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Kittiewake Loading Buoy in Loch Kishorn
Oil Rig Photos
No: 2352   Contributor: Alan Clark (Oilslick)   Year: 1988   Country: United Kingdom
Kittiewake Loading Buoy in Loch Kishorn

Can't remember the year but was 1988 I think. A small squad was sent to bring the unmanned bouy back into commission prior to going out to the field. We stayed in the Kyle of Lochalsh hotel and travelled to work by small tug. Explored Isle of Skye and surrounding area. Even got to Dunvegan castle. Good boss who allowed us to unofficialy take a day off to explore now and then. Usually 2/3 of us at a time. We even had a company car with us which I once used to go to Aberdeen to pick some spares up, dropping a crane brake off at Inverness for rewind and picking it up on my return from Aberdeen. The repair shop opened especially for this job and stayed open until my return to collect. That night I stood totally alone at Urquhart Castle at 3 in the morning overlooking the loch! Moon out, flat calm, warm and no lights anywhere. Beautiful. This job was my first experience of using a chopper as a sky crane to replace a wind generator which had shaken itself to pieces.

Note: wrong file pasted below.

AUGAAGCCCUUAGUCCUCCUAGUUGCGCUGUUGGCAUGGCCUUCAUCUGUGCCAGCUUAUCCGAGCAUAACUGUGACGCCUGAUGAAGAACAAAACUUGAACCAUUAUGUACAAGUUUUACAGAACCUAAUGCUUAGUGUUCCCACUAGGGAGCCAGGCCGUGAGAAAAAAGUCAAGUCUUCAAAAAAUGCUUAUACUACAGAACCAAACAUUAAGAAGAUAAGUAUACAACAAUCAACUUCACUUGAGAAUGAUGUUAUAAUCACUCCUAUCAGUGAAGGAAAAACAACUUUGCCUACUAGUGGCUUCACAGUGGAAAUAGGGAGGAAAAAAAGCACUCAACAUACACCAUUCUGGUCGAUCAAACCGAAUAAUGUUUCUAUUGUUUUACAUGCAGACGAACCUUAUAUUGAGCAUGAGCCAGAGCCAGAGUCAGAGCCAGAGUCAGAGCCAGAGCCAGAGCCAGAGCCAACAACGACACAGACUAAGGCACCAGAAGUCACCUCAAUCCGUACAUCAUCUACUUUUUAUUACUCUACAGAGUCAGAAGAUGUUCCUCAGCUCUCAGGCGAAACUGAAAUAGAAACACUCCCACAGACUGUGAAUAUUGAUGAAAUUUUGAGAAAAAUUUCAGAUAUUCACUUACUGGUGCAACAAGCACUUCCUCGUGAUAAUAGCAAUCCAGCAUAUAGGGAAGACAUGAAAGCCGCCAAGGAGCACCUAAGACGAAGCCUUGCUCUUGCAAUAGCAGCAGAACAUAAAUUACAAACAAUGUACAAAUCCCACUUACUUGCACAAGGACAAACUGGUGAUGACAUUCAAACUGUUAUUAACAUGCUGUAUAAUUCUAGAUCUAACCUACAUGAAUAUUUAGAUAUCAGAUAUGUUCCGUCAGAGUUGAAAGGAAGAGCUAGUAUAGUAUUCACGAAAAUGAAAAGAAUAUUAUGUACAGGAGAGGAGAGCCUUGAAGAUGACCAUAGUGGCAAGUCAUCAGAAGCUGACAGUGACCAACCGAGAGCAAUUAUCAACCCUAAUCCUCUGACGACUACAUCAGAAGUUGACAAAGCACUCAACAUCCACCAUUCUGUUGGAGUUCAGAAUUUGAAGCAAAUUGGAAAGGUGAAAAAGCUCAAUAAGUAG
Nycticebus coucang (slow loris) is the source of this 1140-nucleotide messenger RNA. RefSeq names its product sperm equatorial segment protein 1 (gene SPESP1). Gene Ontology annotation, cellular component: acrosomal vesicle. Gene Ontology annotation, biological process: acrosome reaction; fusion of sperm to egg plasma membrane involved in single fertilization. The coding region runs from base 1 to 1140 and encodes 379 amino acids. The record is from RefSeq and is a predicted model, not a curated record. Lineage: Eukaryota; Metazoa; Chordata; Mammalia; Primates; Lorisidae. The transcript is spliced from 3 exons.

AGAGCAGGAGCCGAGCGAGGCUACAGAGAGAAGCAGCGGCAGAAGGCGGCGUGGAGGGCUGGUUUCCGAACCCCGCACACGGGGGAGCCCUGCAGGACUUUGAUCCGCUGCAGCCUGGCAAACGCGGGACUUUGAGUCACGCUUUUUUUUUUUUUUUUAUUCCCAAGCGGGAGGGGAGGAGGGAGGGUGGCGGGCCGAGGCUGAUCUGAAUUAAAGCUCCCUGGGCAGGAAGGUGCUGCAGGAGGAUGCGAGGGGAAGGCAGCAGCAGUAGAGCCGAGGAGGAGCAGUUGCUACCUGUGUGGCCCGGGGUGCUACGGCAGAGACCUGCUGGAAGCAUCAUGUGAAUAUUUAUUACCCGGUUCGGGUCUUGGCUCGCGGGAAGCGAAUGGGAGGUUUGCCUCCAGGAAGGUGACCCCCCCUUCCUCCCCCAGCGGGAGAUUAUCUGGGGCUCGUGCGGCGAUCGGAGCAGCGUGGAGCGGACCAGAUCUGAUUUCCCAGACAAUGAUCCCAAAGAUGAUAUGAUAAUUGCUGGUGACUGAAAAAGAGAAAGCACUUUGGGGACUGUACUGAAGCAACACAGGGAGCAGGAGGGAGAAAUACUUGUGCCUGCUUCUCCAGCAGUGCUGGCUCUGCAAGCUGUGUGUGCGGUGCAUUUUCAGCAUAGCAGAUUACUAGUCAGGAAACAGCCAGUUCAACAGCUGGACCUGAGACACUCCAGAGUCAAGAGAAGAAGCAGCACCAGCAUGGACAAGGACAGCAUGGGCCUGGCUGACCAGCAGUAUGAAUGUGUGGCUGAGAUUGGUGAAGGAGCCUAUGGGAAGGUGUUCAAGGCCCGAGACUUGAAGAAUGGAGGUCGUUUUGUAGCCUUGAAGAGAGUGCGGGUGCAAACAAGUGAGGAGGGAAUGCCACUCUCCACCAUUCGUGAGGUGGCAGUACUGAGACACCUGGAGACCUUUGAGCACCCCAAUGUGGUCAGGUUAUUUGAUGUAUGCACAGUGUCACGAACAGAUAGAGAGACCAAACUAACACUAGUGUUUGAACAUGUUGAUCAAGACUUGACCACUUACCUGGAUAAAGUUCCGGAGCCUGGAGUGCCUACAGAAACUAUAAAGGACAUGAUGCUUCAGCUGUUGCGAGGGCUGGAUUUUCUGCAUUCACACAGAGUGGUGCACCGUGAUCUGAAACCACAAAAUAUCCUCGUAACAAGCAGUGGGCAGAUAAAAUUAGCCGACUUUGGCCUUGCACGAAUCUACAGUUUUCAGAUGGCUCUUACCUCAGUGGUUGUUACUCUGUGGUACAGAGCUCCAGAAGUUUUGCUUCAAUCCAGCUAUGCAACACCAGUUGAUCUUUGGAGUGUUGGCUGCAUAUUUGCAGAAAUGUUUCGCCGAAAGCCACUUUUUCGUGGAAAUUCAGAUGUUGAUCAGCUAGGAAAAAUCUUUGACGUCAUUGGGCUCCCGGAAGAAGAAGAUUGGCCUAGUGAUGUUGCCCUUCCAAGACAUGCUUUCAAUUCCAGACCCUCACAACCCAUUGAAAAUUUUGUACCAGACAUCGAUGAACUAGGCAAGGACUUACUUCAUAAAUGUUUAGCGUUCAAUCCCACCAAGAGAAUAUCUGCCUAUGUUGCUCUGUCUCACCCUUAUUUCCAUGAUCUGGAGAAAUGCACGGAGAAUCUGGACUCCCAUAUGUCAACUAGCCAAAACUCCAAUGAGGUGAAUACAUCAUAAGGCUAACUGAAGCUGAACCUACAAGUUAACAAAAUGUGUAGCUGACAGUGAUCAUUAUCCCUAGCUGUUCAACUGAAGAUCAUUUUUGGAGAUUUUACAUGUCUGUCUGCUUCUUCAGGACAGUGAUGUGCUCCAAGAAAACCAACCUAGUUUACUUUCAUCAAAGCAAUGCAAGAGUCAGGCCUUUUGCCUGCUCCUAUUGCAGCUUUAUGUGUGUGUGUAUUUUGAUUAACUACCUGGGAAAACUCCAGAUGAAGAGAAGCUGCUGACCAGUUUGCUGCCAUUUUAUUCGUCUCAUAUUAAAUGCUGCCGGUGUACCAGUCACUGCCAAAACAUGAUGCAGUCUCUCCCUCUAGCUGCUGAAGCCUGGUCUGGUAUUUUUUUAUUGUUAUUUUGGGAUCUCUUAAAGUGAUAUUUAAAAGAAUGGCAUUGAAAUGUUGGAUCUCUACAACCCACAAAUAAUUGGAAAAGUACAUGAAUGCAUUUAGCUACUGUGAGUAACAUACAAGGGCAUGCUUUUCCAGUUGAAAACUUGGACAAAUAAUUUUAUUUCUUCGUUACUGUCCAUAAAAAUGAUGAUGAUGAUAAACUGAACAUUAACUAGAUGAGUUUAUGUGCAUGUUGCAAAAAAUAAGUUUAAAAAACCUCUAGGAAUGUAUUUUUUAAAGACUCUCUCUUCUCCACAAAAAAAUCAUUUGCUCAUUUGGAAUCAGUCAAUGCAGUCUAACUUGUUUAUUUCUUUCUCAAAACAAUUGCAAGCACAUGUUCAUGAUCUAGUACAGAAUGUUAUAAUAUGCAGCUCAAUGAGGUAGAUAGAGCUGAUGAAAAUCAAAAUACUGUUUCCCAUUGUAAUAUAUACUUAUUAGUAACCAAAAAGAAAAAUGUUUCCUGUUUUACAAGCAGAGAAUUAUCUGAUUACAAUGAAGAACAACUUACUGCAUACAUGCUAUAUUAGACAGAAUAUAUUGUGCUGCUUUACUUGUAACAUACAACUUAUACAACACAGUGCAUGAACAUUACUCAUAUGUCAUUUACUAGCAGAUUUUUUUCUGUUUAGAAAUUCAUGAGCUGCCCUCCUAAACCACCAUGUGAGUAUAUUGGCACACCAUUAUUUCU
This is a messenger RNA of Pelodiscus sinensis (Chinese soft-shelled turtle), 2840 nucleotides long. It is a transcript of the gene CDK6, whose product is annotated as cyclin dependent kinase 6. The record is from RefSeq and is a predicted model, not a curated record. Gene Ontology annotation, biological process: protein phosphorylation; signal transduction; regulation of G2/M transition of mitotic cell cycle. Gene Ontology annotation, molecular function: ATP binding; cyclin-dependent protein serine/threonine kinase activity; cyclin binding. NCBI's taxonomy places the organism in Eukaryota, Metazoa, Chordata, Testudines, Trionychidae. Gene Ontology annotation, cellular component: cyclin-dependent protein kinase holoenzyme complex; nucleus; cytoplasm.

Picture added on 02 January 2011 at 16:05
add commentComments:
This bouy was originally built for the Auk field in 1975 and when it became redundant was used by Shell as the basis for the Kittiwake installation, after a major rebuild which involved a completely new topside at Kishorn. I had nothing to do with this conversion, only getting it ready for transport to the field in 1989. I have no recollection now of how long we were on this job.

Added by Alan Clark on 07 January 2011.
I was based on the Auk and landed hundreds of times on this as the Auk ELSBM from 1975 and then flew to it before and after conversion to the Kittiwake KLB when I was based in Plockton. I remember the vertical wind generator destroying itself during a storm!

Added by David Clare on 28 January 2014.
Hello Dave, good to hear from you about this sky lift. I think I probably spoke to you as myself(electrician) and a couple of riggers came to the Plockton field to go through the job with you(unless you had a back to back). Very interesting.

Added by Alan Clark on 09 February 2016.
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